A Very Gary Christmas – Dec 24 (Part 1)

December 24th – Weihnachten / Christmas Eve (Part 1)

The adults split up into two groups in the morning. One, led by Anton, took the kids who still believed in the Christkind into Vienna to the zoo, whilst the others helped decorate the tree, covering it with hundreds of twinkling electric lights. Candles were really not an option, because there was just too much risk of burning down Ludwig’s barn with the smallest accident. With the tree completed, they finishing up the cooking and began laying out the food.

The kids at the zoo were beside themselves with joy. The anticipation of the Christkind coming and bringing all the presents, the freshly fallen snow, the animals all made it hard for the adults with them to keep them in check. More than once a kid wandered off and got lost, but eventually they found each one and made their way back to the village for the Christmas celebrations.

When they arrived back at the barn, it was already dark. The huge door opened with a deep groan, revealing nothing as it was pitch black inside. Now it was Ludwig’s turn, he flipped the switch and all the lights went on in the barn. The tree was sparkling and hundreds of lights were wrapped around the wooden beams of the barn, making it look magical. The pastor rang a big cowbell to indicate that the Christkind had visited and left presents for everyone. Suddenly, the room was full of oohs and aahs, wide-eyed children and delighted adults. Anton, who hadn’t seen the barn lit up before, gasped and his eyes widened as much as any of the children’s, though his twinkled along with the tree, as they were full of tears.

Everyone sat down at the long tables in the barn for Christmas dinner. The mayor’s sister-in-law had never had such a tasty Christmas dinner before. The rest of the village, too, enjoyed themselves and the food. There was fondue and carp, roast goose, baked apples, mulled wine, teas, and piles upon piles of Christmas cookies of almost every variety. The mood was cheerful and everyone laughed and had fun.

After dinner, it was time to sing. Even with the choir leader lying down, the choir sang the Christmas carols beautifully, and the rest of the village joined in. Lyric sheets were handed out, just in case, and the barn filled with music. Big and small, young and old, human and goat stood around the Christmas tree and sang at the top of their voices.

(to be continued…)

A Very Gary Christmas – Dec 23

December 23rd 

”Gary, where are you?” he called out, but no reply came.
Then he heard a noise, a quiet crunching from the far corner of the barn. A large cardboard box sat on the floor under one of the tables and strange sounds were coming out of it. Ludwig pulled the box out from underneath the table, finding it much heavier than he had expected. The reason for the weight became clear when Ludwig opened the lip to find the goat sitting inside, surrounded by crumbs of what had once been a pile of gingerbread.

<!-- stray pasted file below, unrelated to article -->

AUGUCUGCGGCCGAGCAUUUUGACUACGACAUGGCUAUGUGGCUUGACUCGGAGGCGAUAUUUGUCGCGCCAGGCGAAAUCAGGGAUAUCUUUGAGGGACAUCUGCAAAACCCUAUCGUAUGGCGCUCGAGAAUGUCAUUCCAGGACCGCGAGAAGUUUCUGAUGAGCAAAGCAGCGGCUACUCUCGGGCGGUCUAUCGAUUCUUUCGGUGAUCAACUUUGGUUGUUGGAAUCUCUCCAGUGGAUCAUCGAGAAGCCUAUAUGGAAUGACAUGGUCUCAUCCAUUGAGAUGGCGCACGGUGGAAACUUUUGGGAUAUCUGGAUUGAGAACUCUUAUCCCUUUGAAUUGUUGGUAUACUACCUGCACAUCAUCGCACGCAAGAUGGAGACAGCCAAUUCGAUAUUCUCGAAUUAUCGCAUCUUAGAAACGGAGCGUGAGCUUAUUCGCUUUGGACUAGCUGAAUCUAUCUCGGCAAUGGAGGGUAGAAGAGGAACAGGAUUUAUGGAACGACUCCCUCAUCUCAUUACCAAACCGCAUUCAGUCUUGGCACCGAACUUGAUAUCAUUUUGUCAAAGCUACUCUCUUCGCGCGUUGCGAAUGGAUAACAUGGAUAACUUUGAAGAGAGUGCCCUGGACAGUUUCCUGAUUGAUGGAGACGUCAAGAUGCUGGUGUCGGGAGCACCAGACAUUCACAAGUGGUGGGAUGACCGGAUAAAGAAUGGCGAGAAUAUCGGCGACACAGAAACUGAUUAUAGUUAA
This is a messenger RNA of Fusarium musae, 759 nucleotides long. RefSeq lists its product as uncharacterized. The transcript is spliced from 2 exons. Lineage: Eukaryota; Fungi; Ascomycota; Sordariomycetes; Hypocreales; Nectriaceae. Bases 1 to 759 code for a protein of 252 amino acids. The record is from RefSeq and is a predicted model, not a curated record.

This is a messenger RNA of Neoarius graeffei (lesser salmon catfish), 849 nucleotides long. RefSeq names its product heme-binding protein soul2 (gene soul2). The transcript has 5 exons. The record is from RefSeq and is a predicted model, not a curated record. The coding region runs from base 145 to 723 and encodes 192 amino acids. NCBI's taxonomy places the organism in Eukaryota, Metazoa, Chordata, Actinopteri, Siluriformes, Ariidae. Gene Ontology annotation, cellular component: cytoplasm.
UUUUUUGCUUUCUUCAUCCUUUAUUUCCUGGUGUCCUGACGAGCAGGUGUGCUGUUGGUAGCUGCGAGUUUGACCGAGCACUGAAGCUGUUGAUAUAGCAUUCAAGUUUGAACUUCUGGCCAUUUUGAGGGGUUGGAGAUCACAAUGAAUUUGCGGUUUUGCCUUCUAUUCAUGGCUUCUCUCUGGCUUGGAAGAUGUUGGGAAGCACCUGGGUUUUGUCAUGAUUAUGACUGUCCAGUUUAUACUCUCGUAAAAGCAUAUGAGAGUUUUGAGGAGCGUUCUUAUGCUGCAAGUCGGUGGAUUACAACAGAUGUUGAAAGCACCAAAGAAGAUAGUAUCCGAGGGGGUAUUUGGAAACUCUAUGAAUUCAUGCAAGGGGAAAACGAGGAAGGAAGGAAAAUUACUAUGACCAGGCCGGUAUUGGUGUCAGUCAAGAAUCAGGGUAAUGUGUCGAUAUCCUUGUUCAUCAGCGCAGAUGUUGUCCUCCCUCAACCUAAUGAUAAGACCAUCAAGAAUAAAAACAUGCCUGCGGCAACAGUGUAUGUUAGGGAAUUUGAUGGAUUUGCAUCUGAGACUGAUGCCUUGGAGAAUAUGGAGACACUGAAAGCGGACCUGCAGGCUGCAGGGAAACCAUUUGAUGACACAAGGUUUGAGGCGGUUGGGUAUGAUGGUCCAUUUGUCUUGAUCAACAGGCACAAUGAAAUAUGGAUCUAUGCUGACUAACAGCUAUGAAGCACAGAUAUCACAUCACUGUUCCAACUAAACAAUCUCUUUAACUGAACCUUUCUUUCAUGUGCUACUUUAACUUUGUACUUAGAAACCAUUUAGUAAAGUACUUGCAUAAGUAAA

“Gary!” Ludwig shouted, and scared Gary so much that the goat stiffened up and fainted in the middle of the gingerbread crumbs.
Despite the fact that his goat had eaten a huge box full of cookies, Ludwig couldn’t help but laugh. The image of Gary with his bloated belly full of gingerbread, passed out in a circle of crumbs inside a cardboard box looked like the very definition of ‘just desserts’.

When he woke up the next morning, Gary realised he was in the farm kitchen, but still in the box with the last of the cookie crumbs. He thought this was quite excellent, because it was warmer in the kitchen and he didn’t have to move for more gingerbread, so he turned around in the box and continued to eat the delicious crumbs.

“You are insatiable,” Ludwig stated, looking down at his crazy goat.
“Fforry,” he replied, crumbs shooting out of his mouth.
Ludwig sighed and went back to preparing what felt like a ton of gingerbread dough to make up for all the cookies Gary had eaten.

A Very Gary Christmas – Dec 22

December 22nd

Otto, the choir master, was under strict instructions to stay in bed and rest, but at last he was given the okay from the hospital to leave. He would stay with the pastor, where the housekeeper could help look after him. Most of the village came to visit at some point and Ludwig came up with a plan to make sure he could take part in the festivities. Since Anton was staying with Ludwig for the festivities, he was able to lend Otto his fancy, movable bed. They would be able to decorate it nicely and, by wrapping him up in festive blankets, he would be able to spend Christmas with everyone else in the barn, without disobeying doctor’s orders to stay in bed. Otto was so happy, he cried when they shared the plan with him.